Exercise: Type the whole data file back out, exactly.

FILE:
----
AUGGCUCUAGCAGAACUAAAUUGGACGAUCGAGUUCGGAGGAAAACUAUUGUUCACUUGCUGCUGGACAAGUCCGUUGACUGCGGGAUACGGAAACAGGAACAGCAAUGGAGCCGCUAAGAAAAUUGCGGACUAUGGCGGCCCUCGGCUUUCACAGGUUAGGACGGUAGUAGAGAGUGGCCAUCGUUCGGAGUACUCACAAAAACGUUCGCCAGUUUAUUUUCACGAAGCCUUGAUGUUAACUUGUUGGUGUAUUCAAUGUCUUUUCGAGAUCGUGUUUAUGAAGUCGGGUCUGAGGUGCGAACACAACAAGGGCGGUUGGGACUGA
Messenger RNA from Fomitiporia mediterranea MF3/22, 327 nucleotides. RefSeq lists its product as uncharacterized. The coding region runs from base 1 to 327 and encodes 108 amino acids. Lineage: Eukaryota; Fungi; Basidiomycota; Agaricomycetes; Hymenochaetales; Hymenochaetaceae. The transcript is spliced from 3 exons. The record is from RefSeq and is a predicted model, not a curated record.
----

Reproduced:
AUGGCUCUAGCAGAACUAAAUUGGACGAUCGAGUUCGGAGGAAAACUAUUGUUCACUUGCUGCUGGACAAGUCCGUUGACUGCGGGAUACGGAAACAGGAACAGCAAUGGAGCCGCUAAGAAAAUUGCGGACUAUGGCGGCCCUCGGCUUUCACAGGUUAGGACGGUAGUAGAGAGUGGCCAUCGUUCGGAGUACUCACAAAAACGUUCGCCAGUUUAUUUUCACGAAGCCUUGAUGUUAACUUGUUGGUGUAUUCAAUGUCUUUUCGAGAUCGUGUUUAUGAAGUCGGGUCUGAGGUGCGAACACAACAAGGGCGGUUGGGACUGA
Messenger RNA from Fomitiporia mediterranea MF3/22, 327 nucleotides. RefSeq lists its product as uncharacterized. The coding region runs from base 1 to 327 and encodes 108 amino acids. Lineage: Eukaryota; Fungi; Basidiomycota; Agaricomycetes; Hymenochaetales; Hymenochaetaceae. The transcript is spliced from 3 exons. The record is from RefSeq and is a predicted model, not a curated record.